Too Mutch

...a safe place to dance with ideas, play with theology, and re-create a life implicated by God

Monday, February 12, 2007

Wal-Mart: Benevolent or Malignant?


I grew up during the BOOM of Wal-Mart. My family loved Wal-Mart. We shopped there for all sorts of stuff. We killed time there. We ran into our neighbors and friends there. I can remember when Wal-Mart broke into the grocery business. The Supercenter. The super-heros of retail. That's what we all thought, anyways. Wal-Mart has saved us a lot of money...and a lot of time. Sam Walton and his hard-working southern angels have somehow--miraculously--saved us.


However, we now find ourselves asking if the super-hero wasn't really the villain. Here is what author Charles Fishman of The Wal-Mart Effect says in response to the question, "What is the Wal-Mart Effect?"


It's an amazing question. It's hard to know even what kind of question it is: A political question? An economic question? A moral question? A values question? The question is really shorthand for a whole set of larger questions...Is Wal-Mart good for America or bad? Is Wal-Mart itself good or bad? When we spend our money at Wal-Mart, are we helping companies and the economy and factory workers along with ourselves? Or are we just adding drops of acid to the corrosion of the very system we value?


This, essentially, is the daunting question that Fishman sets out to investigate. And he does a remarkable job of engaging the reader with great stories and helpful information, without tipping his own hand one way or another. One thing I appreciate about the way he writes is that he does not allow us to consider only half of the issue. He doesn't just throw around popular rhetoric about this super-hero / villain. He gives you all you can handle about the positive and negative implications of this retail giant. No simple apologetic. Complex. Multi-layered. Just how we like our economic, moral, and political issues.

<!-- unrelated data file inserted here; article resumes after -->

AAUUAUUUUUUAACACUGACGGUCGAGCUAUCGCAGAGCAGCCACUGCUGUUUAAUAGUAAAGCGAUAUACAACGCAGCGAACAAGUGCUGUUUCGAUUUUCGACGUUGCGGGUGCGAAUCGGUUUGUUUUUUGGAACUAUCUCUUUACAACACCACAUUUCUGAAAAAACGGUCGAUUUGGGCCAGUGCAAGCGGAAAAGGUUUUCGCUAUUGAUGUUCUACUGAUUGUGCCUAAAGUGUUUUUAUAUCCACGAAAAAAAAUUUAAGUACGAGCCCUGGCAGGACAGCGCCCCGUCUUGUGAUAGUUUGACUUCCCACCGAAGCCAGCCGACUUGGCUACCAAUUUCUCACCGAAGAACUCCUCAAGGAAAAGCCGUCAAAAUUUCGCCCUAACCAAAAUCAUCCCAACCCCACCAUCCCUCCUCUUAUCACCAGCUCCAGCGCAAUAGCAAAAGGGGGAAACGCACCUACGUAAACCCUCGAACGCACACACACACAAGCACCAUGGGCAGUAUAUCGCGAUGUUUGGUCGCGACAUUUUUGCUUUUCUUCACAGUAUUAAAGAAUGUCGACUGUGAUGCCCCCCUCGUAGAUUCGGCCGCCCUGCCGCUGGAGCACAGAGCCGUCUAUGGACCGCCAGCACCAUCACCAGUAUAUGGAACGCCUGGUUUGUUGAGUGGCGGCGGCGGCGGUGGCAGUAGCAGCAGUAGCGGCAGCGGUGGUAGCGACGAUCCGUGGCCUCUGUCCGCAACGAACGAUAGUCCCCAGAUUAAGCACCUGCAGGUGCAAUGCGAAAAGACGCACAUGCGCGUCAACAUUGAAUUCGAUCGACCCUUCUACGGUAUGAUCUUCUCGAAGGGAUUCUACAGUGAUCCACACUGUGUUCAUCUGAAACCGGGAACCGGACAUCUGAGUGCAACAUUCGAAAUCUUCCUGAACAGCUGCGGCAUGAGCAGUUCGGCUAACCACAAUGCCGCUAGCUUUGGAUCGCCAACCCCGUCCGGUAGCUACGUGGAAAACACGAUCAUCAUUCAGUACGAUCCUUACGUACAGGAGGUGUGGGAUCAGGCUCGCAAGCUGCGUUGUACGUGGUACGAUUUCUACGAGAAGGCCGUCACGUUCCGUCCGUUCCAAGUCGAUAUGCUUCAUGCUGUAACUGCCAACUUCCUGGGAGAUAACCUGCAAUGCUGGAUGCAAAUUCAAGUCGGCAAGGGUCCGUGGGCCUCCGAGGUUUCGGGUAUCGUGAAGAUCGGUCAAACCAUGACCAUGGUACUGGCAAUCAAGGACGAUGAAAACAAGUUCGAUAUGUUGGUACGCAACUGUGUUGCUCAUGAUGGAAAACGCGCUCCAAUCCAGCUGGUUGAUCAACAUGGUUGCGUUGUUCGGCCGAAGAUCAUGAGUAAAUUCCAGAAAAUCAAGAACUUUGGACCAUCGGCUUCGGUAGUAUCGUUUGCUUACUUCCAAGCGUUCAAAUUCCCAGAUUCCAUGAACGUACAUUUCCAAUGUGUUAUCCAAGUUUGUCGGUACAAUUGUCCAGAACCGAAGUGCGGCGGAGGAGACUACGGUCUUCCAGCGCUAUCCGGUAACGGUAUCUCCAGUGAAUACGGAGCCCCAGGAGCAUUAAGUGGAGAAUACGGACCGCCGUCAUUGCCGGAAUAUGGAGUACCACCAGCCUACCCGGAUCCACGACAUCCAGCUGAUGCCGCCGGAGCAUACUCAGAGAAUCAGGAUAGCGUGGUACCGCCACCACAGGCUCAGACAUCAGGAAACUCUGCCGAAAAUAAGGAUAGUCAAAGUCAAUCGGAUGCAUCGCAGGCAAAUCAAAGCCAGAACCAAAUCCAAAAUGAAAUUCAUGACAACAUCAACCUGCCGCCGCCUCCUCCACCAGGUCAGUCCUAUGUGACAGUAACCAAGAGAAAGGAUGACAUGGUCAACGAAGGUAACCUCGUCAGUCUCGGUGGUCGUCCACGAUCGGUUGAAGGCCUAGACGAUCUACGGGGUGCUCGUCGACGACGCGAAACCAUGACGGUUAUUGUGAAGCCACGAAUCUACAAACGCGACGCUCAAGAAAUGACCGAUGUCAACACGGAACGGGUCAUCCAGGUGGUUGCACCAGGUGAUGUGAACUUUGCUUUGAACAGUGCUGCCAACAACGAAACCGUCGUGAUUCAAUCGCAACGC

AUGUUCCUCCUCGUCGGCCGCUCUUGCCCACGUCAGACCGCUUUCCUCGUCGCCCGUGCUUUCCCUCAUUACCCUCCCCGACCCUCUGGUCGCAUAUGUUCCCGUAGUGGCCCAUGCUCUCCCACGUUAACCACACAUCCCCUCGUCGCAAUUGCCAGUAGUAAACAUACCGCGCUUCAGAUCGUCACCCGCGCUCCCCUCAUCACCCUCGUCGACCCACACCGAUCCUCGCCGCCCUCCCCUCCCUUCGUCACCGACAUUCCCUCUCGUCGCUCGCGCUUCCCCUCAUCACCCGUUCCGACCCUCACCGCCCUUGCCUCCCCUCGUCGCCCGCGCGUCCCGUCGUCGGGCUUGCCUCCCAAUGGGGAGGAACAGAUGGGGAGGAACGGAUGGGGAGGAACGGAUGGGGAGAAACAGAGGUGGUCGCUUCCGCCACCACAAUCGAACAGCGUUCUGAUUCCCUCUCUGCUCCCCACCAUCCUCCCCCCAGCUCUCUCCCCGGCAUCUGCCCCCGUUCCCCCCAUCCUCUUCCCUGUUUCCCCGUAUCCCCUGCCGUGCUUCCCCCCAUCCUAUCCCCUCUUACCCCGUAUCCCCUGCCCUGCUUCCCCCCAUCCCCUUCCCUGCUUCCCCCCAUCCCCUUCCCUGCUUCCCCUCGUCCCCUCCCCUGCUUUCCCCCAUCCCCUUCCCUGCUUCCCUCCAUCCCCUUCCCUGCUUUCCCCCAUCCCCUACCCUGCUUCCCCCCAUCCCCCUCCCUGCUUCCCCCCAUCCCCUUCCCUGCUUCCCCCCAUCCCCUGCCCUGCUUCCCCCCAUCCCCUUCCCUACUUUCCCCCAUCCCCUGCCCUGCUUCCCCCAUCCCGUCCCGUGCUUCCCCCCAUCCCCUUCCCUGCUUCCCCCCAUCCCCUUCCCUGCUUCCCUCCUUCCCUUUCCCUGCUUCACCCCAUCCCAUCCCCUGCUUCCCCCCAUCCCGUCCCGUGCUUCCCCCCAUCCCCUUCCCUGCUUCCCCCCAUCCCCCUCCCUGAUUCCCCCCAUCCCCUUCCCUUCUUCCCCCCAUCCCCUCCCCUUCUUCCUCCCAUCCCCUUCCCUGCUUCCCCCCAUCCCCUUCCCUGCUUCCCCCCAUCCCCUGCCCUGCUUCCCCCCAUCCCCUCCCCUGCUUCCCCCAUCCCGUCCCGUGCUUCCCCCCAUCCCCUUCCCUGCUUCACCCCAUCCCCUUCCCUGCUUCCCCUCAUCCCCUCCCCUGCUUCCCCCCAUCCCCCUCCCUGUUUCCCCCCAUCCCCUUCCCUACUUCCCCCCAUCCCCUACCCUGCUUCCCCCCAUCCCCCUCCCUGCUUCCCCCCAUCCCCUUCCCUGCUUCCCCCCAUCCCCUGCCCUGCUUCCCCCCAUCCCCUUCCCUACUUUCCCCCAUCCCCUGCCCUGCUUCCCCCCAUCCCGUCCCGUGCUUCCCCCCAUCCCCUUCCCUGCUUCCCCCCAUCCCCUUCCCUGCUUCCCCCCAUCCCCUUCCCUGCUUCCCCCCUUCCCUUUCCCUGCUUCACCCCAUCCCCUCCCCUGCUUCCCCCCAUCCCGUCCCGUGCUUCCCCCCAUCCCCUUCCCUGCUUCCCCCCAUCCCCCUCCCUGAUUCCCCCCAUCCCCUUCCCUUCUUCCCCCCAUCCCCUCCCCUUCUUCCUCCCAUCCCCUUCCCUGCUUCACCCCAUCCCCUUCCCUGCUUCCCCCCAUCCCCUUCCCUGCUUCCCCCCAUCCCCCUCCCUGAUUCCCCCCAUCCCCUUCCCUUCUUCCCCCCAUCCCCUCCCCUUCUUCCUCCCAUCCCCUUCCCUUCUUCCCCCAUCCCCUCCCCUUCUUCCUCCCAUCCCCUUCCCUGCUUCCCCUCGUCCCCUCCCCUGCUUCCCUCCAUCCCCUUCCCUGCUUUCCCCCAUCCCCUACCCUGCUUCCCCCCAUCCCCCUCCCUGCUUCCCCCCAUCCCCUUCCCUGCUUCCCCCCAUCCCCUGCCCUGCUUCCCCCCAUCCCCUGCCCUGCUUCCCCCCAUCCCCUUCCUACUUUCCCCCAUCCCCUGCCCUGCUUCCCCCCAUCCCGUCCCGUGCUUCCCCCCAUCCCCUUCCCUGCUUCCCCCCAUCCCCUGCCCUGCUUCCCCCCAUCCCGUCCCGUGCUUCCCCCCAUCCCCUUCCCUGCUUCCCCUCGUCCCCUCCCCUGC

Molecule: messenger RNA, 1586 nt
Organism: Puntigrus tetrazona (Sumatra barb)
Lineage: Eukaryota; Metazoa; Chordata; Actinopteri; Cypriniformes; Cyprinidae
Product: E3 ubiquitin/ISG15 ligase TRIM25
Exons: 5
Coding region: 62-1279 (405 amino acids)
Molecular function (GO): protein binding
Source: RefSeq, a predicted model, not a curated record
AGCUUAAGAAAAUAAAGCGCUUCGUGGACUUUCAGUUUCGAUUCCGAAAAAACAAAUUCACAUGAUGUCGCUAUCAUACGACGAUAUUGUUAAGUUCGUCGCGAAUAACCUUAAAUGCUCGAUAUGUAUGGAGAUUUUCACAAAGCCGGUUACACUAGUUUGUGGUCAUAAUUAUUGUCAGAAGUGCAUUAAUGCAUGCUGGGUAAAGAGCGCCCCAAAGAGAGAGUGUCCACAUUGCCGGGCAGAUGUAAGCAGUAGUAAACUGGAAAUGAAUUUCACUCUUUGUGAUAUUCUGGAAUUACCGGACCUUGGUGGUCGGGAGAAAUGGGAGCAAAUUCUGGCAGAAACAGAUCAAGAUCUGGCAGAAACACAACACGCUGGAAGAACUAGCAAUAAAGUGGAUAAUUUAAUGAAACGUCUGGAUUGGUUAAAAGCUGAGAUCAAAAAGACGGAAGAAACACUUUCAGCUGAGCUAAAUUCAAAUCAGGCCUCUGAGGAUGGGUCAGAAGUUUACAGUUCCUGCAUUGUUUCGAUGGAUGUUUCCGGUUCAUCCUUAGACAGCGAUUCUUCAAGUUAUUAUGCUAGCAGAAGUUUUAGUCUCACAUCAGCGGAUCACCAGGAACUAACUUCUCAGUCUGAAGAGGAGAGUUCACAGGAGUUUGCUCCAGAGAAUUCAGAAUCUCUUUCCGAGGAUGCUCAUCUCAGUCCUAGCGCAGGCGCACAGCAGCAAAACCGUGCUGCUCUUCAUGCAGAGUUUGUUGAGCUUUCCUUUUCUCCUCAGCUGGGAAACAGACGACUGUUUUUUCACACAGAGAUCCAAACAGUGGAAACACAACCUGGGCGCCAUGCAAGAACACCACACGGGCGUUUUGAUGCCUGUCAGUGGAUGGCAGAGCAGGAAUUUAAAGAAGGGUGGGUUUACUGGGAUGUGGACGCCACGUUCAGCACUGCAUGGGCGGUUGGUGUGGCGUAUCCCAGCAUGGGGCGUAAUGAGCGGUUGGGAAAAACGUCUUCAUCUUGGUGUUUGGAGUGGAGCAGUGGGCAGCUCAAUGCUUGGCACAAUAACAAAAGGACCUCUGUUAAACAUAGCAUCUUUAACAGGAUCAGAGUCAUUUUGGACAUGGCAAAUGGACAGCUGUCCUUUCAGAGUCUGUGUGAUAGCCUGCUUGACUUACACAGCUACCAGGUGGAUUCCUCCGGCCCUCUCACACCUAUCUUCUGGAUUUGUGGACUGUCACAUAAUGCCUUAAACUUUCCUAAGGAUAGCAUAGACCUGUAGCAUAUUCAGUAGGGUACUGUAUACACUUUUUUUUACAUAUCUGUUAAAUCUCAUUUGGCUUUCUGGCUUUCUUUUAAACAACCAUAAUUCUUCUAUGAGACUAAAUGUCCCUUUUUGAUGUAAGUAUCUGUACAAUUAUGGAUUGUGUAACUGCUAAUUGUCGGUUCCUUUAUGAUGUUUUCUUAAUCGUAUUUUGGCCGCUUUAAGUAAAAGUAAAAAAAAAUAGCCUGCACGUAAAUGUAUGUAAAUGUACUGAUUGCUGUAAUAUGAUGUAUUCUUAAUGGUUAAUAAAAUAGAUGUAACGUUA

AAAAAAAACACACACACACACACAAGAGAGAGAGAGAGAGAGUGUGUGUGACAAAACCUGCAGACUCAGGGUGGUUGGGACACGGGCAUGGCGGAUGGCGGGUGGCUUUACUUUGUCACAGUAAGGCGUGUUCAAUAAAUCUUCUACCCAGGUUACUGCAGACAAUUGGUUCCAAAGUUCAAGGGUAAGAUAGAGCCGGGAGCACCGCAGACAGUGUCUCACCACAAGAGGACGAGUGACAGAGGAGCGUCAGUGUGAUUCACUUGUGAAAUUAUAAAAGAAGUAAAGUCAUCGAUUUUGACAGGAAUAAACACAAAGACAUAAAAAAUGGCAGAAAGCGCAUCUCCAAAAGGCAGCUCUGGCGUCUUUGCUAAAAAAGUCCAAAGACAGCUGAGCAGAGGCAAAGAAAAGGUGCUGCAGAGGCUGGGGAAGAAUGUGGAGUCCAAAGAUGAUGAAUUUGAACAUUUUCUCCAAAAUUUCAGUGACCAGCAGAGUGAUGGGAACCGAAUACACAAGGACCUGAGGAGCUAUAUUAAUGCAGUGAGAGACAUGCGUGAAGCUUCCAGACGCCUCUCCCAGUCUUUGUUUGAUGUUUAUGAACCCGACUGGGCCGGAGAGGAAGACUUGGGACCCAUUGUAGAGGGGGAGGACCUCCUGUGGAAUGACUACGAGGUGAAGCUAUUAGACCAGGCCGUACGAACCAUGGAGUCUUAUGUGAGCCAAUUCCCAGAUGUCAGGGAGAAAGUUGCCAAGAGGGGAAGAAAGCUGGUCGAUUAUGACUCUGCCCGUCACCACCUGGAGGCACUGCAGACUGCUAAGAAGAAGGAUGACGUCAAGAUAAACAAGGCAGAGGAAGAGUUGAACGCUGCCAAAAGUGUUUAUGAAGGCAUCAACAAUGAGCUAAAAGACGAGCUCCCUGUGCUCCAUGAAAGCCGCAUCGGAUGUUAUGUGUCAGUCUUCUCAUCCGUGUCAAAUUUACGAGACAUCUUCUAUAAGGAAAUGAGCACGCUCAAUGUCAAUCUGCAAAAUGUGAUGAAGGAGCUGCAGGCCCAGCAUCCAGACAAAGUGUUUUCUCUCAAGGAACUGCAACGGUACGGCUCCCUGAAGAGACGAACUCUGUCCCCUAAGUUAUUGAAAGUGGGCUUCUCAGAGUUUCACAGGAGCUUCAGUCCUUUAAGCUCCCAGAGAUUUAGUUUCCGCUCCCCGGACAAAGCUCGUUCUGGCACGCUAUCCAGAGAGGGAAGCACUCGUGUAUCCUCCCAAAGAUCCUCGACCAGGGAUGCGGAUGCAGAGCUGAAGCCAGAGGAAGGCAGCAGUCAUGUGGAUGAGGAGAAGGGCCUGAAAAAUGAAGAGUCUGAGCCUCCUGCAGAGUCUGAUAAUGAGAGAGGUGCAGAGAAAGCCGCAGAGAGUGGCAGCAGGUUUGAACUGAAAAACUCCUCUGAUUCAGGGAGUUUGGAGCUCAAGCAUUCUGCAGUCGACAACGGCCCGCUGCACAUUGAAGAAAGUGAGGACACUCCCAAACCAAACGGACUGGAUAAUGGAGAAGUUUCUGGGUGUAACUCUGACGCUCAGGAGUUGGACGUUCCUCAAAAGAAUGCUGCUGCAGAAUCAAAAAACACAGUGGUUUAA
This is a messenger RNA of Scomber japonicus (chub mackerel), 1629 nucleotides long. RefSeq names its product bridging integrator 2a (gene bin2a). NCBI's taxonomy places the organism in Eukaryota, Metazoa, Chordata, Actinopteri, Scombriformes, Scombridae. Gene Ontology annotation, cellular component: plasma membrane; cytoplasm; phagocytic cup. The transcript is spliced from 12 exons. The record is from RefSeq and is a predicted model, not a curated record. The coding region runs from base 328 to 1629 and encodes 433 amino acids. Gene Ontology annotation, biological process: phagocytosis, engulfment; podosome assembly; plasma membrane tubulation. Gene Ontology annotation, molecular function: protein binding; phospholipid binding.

Maybe you are not impressed with Wal-Mart and its gerth. Maybe you are a Michigander and see Meijer competing pretty well with Wal-Mart. Here are some of the rather interesting tid bits from Fishman's book to wet your appetite and to get you thinking a bit.


  • Back in the early 1990's, every bottle of deodorant was sold in a box. Today, you can walk into any store and see that deodorant now comes in the flesh. Wal-Mart told its suppliers to get rid of the box, saving 10M a year--half to you and half to Wal-Mart.

  • Wal-Mart entered the grocery business in about 1990 and mastered it, becoming the #1 grocer in America and now the #2 grocer in Britain. They accomplished this in less than 10 years against supermarket chains that had been masters of their domain for over 50 years. The savings? 15% on average. That's $900/yr for an average family of 4.

  • It's all based on volume. Sell more. Create the taste for more. The average person spends 2G's per year at Wal-Mart. Their profit is a mere $75.

  • How big? Bigger than Home Depot, Kroger, Target, Costco, KMart, and Sears combined. Each year Wal-Mart sells more by St. Patrick's day than Target sells all year long.

  • Wal-Mart is almost solely responsible for taking salmon from delicacy to affordable, common meal @ $4.84/lb.

One thing is clear. If I shop at Wal-Mart, I will save money. But is that my only grid? Is this the only filter I have for deciding what I buy and where I buy it? What about issues of justice and morality? Can we hear the cries of the factory workers here on US soil? Can we hear the cry of the ocean floor wasting away because of the fish farms? Will I spend more of my money because I choose to support a company that pays its employees fair-er wages?


What is my filter? What is my grid?


I'll explore some of these questions and issues in my next couple of posts. I'd love your questions and feedback.

11 Comments:

At 9:44 PM, Blogger diane said...

My goodness. You'll never believe this: about a year ago i watched a documentary on Wal-Mart. At church. And tonight I found my notes and was re-reading them.

That's just crazy.

Personally, I boycott Wal-Mart. And Taco Bell.

But have I ever mentioned how much i LOVE cookies?

 
At 9:53 PM, Blogger Greg said...

whatever it is that taco bell is doing, i don't want to know. Ignorance is bliss. I've heard of this love of cookies, but am starting to think it is more of a fantasy than a reality, given your decision to ditch us for better plans on wed nite

 
At 9:17 AM, Blogger ARK said...

my question about that issue. What are the indicators of a place that is fair to its employees and what is an indicator that the Co. in question is being involved with social injustice?